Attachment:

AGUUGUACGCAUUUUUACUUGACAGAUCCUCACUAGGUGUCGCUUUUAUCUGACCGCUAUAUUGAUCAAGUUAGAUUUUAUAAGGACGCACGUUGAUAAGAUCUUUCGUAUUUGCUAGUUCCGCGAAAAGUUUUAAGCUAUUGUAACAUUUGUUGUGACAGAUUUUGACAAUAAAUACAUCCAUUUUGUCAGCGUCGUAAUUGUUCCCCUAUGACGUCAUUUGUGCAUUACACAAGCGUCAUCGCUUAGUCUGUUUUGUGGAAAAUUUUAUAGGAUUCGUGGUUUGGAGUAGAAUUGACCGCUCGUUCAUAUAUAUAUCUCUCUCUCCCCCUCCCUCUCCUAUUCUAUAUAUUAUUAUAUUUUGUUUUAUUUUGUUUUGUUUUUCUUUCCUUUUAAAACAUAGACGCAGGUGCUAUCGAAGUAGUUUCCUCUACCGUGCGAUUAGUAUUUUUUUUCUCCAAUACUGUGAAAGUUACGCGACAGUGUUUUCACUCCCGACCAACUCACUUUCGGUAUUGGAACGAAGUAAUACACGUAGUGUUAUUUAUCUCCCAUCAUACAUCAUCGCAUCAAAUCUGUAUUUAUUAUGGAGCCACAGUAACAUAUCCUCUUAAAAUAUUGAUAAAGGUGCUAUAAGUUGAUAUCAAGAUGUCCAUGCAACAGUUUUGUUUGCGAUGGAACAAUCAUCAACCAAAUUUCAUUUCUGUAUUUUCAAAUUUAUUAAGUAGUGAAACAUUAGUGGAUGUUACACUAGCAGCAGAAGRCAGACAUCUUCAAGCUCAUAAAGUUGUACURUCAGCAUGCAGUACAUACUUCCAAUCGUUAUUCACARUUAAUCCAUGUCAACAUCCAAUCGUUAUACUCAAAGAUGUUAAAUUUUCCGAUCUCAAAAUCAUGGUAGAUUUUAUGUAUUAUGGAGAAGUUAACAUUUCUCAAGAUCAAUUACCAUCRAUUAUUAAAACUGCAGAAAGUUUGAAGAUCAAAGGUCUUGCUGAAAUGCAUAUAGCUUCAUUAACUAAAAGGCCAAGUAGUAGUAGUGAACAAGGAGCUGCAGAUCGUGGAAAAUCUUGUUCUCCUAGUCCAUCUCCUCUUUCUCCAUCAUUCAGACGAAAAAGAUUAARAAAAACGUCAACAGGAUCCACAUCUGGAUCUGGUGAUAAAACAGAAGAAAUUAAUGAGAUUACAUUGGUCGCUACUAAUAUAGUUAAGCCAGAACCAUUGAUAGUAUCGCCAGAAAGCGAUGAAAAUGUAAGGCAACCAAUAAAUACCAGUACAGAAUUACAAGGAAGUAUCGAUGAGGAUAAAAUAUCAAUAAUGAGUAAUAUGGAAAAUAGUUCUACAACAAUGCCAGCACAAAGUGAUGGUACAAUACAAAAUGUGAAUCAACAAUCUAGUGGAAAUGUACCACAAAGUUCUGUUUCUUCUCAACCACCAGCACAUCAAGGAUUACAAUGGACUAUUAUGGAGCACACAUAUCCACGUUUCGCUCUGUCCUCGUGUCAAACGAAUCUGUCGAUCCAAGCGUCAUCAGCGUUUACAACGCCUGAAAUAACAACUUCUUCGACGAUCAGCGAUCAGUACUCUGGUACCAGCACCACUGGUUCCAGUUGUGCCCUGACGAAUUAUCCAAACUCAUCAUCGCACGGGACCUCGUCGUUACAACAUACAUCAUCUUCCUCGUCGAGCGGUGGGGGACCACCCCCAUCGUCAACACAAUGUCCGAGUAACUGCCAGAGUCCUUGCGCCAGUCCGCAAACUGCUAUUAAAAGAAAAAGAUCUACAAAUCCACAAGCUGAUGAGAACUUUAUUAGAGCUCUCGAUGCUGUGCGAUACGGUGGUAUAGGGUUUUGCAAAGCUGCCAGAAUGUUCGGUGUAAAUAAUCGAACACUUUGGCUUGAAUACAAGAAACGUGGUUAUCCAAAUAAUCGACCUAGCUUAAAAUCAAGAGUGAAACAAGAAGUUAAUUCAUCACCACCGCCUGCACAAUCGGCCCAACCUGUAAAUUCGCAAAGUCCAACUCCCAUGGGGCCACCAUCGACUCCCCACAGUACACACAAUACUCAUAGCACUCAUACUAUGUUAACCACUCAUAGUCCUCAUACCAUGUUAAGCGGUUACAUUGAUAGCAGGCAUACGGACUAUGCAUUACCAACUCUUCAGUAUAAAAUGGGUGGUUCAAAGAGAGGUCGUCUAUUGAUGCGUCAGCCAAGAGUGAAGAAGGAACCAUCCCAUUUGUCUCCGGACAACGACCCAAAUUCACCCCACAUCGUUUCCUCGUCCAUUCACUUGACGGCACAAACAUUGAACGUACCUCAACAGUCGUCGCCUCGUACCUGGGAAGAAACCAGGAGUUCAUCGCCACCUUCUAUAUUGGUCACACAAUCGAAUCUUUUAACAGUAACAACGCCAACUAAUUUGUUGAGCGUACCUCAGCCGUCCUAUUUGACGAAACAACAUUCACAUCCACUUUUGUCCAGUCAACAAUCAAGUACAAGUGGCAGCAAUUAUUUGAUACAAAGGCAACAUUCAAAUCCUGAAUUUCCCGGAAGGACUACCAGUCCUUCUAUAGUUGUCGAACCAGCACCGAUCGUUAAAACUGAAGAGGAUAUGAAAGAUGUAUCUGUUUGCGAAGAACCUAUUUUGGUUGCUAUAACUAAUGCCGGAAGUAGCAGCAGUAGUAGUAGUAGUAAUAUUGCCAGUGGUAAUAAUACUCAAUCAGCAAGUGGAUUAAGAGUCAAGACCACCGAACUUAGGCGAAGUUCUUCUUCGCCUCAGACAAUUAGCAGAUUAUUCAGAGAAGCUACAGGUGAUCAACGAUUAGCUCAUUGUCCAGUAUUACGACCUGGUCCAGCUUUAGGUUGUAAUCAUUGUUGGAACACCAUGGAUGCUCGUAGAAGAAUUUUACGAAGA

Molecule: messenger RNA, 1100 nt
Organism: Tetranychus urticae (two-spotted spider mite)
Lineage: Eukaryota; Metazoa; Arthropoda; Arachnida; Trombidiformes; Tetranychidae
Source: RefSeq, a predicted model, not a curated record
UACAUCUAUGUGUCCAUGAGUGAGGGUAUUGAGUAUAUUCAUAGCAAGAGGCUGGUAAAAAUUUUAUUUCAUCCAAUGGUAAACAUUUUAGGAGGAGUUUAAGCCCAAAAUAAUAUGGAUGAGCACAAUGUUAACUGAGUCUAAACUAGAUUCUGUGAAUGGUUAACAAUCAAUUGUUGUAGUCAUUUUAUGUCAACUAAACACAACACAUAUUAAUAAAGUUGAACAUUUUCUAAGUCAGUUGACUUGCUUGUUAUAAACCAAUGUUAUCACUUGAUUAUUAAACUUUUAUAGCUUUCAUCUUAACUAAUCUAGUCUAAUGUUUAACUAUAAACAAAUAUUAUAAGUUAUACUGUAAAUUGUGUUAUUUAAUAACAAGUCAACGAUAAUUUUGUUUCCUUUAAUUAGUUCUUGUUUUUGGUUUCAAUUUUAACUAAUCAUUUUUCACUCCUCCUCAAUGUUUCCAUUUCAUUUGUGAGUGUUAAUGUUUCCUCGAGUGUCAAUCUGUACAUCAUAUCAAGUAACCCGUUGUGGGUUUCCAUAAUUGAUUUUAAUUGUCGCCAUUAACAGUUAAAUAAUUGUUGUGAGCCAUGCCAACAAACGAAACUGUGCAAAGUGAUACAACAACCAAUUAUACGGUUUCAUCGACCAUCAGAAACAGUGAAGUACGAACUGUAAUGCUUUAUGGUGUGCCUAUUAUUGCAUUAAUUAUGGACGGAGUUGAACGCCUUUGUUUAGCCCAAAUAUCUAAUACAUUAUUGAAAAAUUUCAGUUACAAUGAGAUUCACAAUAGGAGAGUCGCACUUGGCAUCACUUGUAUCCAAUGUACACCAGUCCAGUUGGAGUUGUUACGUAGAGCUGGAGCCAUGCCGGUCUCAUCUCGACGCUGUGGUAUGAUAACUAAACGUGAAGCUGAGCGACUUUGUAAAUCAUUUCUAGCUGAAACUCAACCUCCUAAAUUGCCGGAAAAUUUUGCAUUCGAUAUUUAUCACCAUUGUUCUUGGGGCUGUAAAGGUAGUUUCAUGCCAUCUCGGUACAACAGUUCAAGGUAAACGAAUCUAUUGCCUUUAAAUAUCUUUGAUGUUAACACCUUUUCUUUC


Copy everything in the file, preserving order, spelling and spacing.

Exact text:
AGUUGUACGCAUUUUUACUUGACAGAUCCUCACUAGGUGUCGCUUUUAUCUGACCGCUAUAUUGAUCAAGUUAGAUUUUAUAAGGACGCACGUUGAUAAGAUCUUUCGUAUUUGCUAGUUCCGCGAAAAGUUUUAAGCUAUUGUAACAUUUGUUGUGACAGAUUUUGACAAUAAAUACAUCCAUUUUGUCAGCGUCGUAAUUGUUCCCCUAUGACGUCAUUUGUGCAUUACACAAGCGUCAUCGCUUAGUCUGUUUUGUGGAAAAUUUUAUAGGAUUCGUGGUUUGGAGUAGAAUUGACCGCUCGUUCAUAUAUAUAUCUCUCUCUCCCCCUCCCUCUCCUAUUCUAUAUAUUAUUAUAUUUUGUUUUAUUUUGUUUUGUUUUUCUUUCCUUUUAAAACAUAGACGCAGGUGCUAUCGAAGUAGUUUCCUCUACCGUGCGAUUAGUAUUUUUUUUCUCCAAUACUGUGAAAGUUACGCGACAGUGUUUUCACUCCCGACCAACUCACUUUCGGUAUUGGAACGAAGUAAUACACGUAGUGUUAUUUAUCUCCCAUCAUACAUCAUCGCAUCAAAUCUGUAUUUAUUAUGGAGCCACAGUAACAUAUCCUCUUAAAAUAUUGAUAAAGGUGCUAUAAGUUGAUAUCAAGAUGUCCAUGCAACAGUUUUGUUUGCGAUGGAACAAUCAUCAACCAAAUUUCAUUUCUGUAUUUUCAAAUUUAUUAAGUAGUGAAACAUUAGUGGAUGUUACACUAGCAGCAGAAGRCAGACAUCUUCAAGCUCAUAAAGUUGUACURUCAGCAUGCAGUACAUACUUCCAAUCGUUAUUCACARUUAAUCCAUGUCAACAUCCAAUCGUUAUACUCAAAGAUGUUAAAUUUUCCGAUCUCAAAAUCAUGGUAGAUUUUAUGUAUUAUGGAGAAGUUAACAUUUCUCAAGAUCAAUUACCAUCRAUUAUUAAAACUGCAGAAAGUUUGAAGAUCAAAGGUCUUGCUGAAAUGCAUAUAGCUUCAUUAACUAAAAGGCCAAGUAGUAGUAGUGAACAAGGAGCUGCAGAUCGUGGAAAAUCUUGUUCUCCUAGUCCAUCUCCUCUUUCUCCAUCAUUCAGACGAAAAAGAUUAARAAAAACGUCAACAGGAUCCACAUCUGGAUCUGGUGAUAAAACAGAAGAAAUUAAUGAGAUUACAUUGGUCGCUACUAAUAUAGUUAAGCCAGAACCAUUGAUAGUAUCGCCAGAAAGCGAUGAAAAUGUAAGGCAACCAAUAAAUACCAGUACAGAAUUACAAGGAAGUAUCGAUGAGGAUAAAAUAUCAAUAAUGAGUAAUAUGGAAAAUAGUUCUACAACAAUGCCAGCACAAAGUGAUGGUACAAUACAAAAUGUGAAUCAACAAUCUAGUGGAAAUGUACCACAAAGUUCUGUUUCUUCUCAACCACCAGCACAUCAAGGAUUACAAUGGACUAUUAUGGAGCACACAUAUCCACGUUUCGCUCUGUCCUCGUGUCAAACGAAUCUGUCGAUCCAAGCGUCAUCAGCGUUUACAACGCCUGAAAUAACAACUUCUUCGACGAUCAGCGAUCAGUACUCUGGUACCAGCACCACUGGUUCCAGUUGUGCCCUGACGAAUUAUCCAAACUCAUCAUCGCACGGGACCUCGUCGUUACAACAUACAUCAUCUUCCUCGUCGAGCGGUGGGGGACCACCCCCAUCGUCAACACAAUGUCCGAGUAACUGCCAGAGUCCUUGCGCCAGUCCGCAAACUGCUAUUAAAAGAAAAAGAUCUACAAAUCCACAAGCUGAUGAGAACUUUAUUAGAGCUCUCGAUGCUGUGCGAUACGGUGGUAUAGGGUUUUGCAAAGCUGCCAGAAUGUUCGGUGUAAAUAAUCGAACACUUUGGCUUGAAUACAAGAAACGUGGUUAUCCAAAUAAUCGACCUAGCUUAAAAUCAAGAGUGAAACAAGAAGUUAAUUCAUCACCACCGCCUGCACAAUCGGCCCAACCUGUAAAUUCGCAAAGUCCAACUCCCAUGGGGCCACCAUCGACUCCCCACAGUACACACAAUACUCAUAGCACUCAUACUAUGUUAACCACUCAUAGUCCUCAUACCAUGUUAAGCGGUUACAUUGAUAGCAGGCAUACGGACUAUGCAUUACCAACUCUUCAGUAUAAAAUGGGUGGUUCAAAGAGAGGUCGUCUAUUGAUGCGUCAGCCAAGAGUGAAGAAGGAACCAUCCCAUUUGUCUCCGGACAACGACCCAAAUUCACCCCACAUCGUUUCCUCGUCCAUUCACUUGACGGCACAAACAUUGAACGUACCUCAACAGUCGUCGCCUCGUACCUGGGAAGAAACCAGGAGUUCAUCGCCACCUUCUAUAUUGGUCACACAAUCGAAUCUUUUAACAGUAACAACGCCAACUAAUUUGUUGAGCGUACCUCAGCCGUCCUAUUUGACGAAACAACAUUCACAUCCACUUUUGUCCAGUCAACAAUCAAGUACAAGUGGCAGCAAUUAUUUGAUACAAAGGCAACAUUCAAAUCCUGAAUUUCCCGGAAGGACUACCAGUCCUUCUAUAGUUGUCGAACCAGCACCGAUCGUUAAAACUGAAGAGGAUAUGAAAGAUGUAUCUGUUUGCGAAGAACCUAUUUUGGUUGCUAUAACUAAUGCCGGAAGUAGCAGCAGUAGUAGUAGUAGUAAUAUUGCCAGUGGUAAUAAUACUCAAUCAGCAAGUGGAUUAAGAGUCAAGACCACCGAACUUAGGCGAAGUUCUUCUUCGCCUCAGACAAUUAGCAGAUUAUUCAGAGAAGCUACAGGUGAUCAACGAUUAGCUCAUUGUCCAGUAUUACGACCUGGUCCAGCUUUAGGUUGUAAUCAUUGUUGGAACACCAUGGAUGCUCGUAGAAGAAUUUUACGAAGA

Molecule: messenger RNA, 1100 nt
Organism: Tetranychus urticae (two-spotted spider mite)
Lineage: Eukaryota; Metazoa; Arthropoda; Arachnida; Trombidiformes; Tetranychidae
Source: RefSeq, a predicted model, not a curated record
UACAUCUAUGUGUCCAUGAGUGAGGGUAUUGAGUAUAUUCAUAGCAAGAGGCUGGUAAAAAUUUUAUUUCAUCCAAUGGUAAACAUUUUAGGAGGAGUUUAAGCCCAAAAUAAUAUGGAUGAGCACAAUGUUAACUGAGUCUAAACUAGAUUCUGUGAAUGGUUAACAAUCAAUUGUUGUAGUCAUUUUAUGUCAACUAAACACAACACAUAUUAAUAAAGUUGAACAUUUUCUAAGUCAGUUGACUUGCUUGUUAUAAACCAAUGUUAUCACUUGAUUAUUAAACUUUUAUAGCUUUCAUCUUAACUAAUCUAGUCUAAUGUUUAACUAUAAACAAAUAUUAUAAGUUAUACUGUAAAUUGUGUUAUUUAAUAACAAGUCAACGAUAAUUUUGUUUCCUUUAAUUAGUUCUUGUUUUUGGUUUCAAUUUUAACUAAUCAUUUUUCACUCCUCCUCAAUGUUUCCAUUUCAUUUGUGAGUGUUAAUGUUUCCUCGAGUGUCAAUCUGUACAUCAUAUCAAGUAACCCGUUGUGGGUUUCCAUAAUUGAUUUUAAUUGUCGCCAUUAACAGUUAAAUAAUUGUUGUGAGCCAUGCCAACAAACGAAACUGUGCAAAGUGAUACAACAACCAAUUAUACGGUUUCAUCGACCAUCAGAAACAGUGAAGUACGAACUGUAAUGCUUUAUGGUGUGCCUAUUAUUGCAUUAAUUAUGGACGGAGUUGAACGCCUUUGUUUAGCCCAAAUAUCUAAUACAUUAUUGAAAAAUUUCAGUUACAAUGAGAUUCACAAUAGGAGAGUCGCACUUGGCAUCACUUGUAUCCAAUGUACACCAGUCCAGUUGGAGUUGUUACGUAGAGCUGGAGCCAUGCCGGUCUCAUCUCGACGCUGUGGUAUGAUAACUAAACGUGAAGCUGAGCGACUUUGUAAAUCAUUUCUAGCUGAAACUCAACCUCCUAAAUUGCCGGAAAAUUUUGCAUUCGAUAUUUAUCACCAUUGUUCUUGGGGCUGUAAAGGUAGUUUCAUGCCAUCUCGGUACAACAGUUCAAGGUAAACGAAUCUAUUGCCUUUAAAUAUCUUUGAUGUUAACACCUUUUCUUUC